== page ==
Awareness of equity release is growing as more and more people approach retirement age in an asset rich but cash poor position.

However, there is still a lot of confusion about the different products available and the terms used. For example, we know some people believe that equity release is where you sell and rent back your home, but in fact the two are completely different.

So let’s clear things up by taking a closer look at some of the phrases and products you’re likely to come across.

What is equity release?

‘Equity release’ is used to describe products that allow home owners over the age of 55 to access their equity without having to move out of their property. ‘Equity’ is the value of your home, minus any mortgage or loan secured against it.

There are two types of equity release product available – a lifetime mortgage and a home reversion plan. All firms offering these equity release products must be authorised by the Financial Conduct Authority (FCA) and consumers must take expert advice from specially qualified advisers first. You can’t buy these products direct from the providers.

Access Equity Release is FCA authorised and also a member of the Equity Release Council. Our expert advisers are fully qualified and always available to answer your questions about equity release.

What is a lifetime mortgage?

A lifetime mortgage is a loan secured against your home, just like a normal mortgage. It means you can free up some of the equity in your home but continue to live there.

You can choose to receive your released equity as a lump sum or in regular payments.

You retain full ownership of your home and the loan does not need to be paid back until the property is sold after you die or go into long-term care.

The interest on the mortgage is either added to the loan through your lifetime, known as interest roll-up, or you can opt to pay back some or all of the interest every month.

Releasing equity will reduce the value of your estate, but there are plans available which will protect an amount for your family to inherit.

To qualify for a lifetime mortgage you must be over 55 and the home owner. If you are taking out a joint plan with your partner, the age of the youngest borrower must be at least 55.

Lifetime mortgages are by far the most common type of equity release.

What is a home reversion plan?

A home reversion plan is where you sell all or part of your home to a third party in return for a cash lump sum, regular income or a combination of both.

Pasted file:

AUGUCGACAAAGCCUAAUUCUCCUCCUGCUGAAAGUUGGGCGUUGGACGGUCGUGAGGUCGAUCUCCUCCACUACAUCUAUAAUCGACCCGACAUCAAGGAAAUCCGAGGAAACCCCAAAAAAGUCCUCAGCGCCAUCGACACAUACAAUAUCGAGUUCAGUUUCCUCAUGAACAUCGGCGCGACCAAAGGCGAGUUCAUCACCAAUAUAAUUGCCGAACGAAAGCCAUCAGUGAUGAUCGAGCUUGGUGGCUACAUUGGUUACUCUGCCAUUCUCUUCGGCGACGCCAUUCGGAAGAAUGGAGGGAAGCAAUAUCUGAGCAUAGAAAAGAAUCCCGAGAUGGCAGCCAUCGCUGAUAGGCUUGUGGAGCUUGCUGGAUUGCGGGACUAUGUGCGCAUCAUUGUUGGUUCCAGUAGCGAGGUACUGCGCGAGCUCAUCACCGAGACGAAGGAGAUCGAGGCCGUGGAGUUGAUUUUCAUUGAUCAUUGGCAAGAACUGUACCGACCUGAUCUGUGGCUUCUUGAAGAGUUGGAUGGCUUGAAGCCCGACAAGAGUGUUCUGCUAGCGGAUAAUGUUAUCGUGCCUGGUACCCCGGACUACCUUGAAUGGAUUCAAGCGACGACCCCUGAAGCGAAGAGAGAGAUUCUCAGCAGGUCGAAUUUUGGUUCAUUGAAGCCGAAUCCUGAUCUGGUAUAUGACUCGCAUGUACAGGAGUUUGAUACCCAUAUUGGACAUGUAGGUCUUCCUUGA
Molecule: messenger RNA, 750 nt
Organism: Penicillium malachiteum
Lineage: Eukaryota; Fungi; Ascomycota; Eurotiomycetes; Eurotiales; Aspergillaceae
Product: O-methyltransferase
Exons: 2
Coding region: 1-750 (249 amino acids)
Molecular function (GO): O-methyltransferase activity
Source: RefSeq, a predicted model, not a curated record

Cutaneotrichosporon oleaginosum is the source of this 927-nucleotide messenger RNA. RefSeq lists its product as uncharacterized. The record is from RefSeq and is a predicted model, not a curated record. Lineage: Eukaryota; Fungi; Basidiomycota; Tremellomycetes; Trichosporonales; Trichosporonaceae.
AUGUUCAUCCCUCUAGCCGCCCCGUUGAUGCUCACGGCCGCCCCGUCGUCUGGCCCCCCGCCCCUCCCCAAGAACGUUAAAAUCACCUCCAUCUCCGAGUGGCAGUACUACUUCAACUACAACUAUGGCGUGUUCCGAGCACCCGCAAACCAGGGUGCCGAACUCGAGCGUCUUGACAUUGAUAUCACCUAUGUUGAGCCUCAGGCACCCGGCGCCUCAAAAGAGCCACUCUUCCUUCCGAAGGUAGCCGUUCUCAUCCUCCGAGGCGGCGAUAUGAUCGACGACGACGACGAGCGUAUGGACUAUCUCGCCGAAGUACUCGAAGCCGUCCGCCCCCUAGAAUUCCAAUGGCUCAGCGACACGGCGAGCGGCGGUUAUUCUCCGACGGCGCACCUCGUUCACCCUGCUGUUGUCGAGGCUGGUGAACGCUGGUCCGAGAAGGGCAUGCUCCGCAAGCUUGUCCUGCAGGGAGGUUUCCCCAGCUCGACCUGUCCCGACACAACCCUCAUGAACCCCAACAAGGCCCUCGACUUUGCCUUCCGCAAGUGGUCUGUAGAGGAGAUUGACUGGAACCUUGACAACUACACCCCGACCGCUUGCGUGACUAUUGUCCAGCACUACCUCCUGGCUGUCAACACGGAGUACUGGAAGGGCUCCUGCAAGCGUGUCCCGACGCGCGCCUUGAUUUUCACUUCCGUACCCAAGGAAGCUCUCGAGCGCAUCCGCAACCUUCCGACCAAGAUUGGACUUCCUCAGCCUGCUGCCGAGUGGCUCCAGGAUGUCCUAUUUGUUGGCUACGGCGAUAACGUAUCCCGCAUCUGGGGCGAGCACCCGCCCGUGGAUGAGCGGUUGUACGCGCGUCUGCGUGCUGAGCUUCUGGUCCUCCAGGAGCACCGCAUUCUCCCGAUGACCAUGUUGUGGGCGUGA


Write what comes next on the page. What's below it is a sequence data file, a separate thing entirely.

You can continue to live in your home for as long as you want to under a lifetime lease. There is no interest and no monthly repayment because there is no loan involved.

For a home reversion plan you must be at least 60 years old.

Home reversion is far less popular than lifetime mortgages.

If you would like to receive a lump sum, want to stay in your home and don’t need anyone to inherit the full value of the property, a home reversion plan might be appropriate for you.

But you must remember and plan for the fact that you will no longer own your home, or only own part of it.

Why is there confusion?

Many people believe that equity release is where you sell your home and then rent it back. In fact, such schemes are not equity release at all.

In most cases, the sale-and-rent back (SRB) company will not guarantee occupancy for life. Instead, you pay market rent for a fixed period of time, which must be a minimum of five years. After that, your tenancy is not secure and you could face an increase in rent.

The FCA does regulate SRB but has found serious problems with a number of firms in the past. Always seek legal and financial advice if you are considering one of these schemes.

The term “lifetime lease” is also used by various companies which offer a home-for-life arrangement to people who want to move house.

Under these plans, you pay the firm a discounted price to live in a property for your lifetime without rent or mortgage payments.

It can seem like an appealing option if you want to move into a new property later in life. Many people use the proceeds from the sale of their old home to buy their “dream” retirement property.

But under these schemes you do not own or even partially own the new home. You simply pay for the right to live there for your lifetime. The company retains full ownership and reclaims the property when you die or go into long-term care.

These schemes are not regulated by the FCA.

There have been cases reported in the national press involving people who feel they were mis-sold or badly advised in regards to these types of lifetime lease.

Why is equity release different?

The key differences between equity release and sell-and-rent-back are:

  • Security of tenure. Equity release usually gives you the right to live in your home for life. SRB only guarantees a fixed-term tenancy.
  • Ownership. With equity release you retain either full ownership of your home under a lifetime mortgage or retain part of it under a home reversion plan. SRB sees your property sold in its entirety.
  • Rent payments. With equity release, you not have to pay rent. Under SRB schemes you pay market rate rent to live in the property.

The key difference between a lifetime lease under a home reversion plan and a lifetime lease under a home-for-life scheme is:

  •  Regulation. Equity release via a home reversion plan is regulated by the FCA and you must be offered advice before going ahead. Home-for-life schemes are not regulated.

We recommend you seek professional advice whenever you are considering your options for your property. The expert advisers at Access Equity Release can help you find a solution that is suitable for your circumstances.

Access Equity Release is a trading name of Your Mortgage Decisions Ltd which is authorised ad regulated by the Financial Conduct Authority, FRN 459763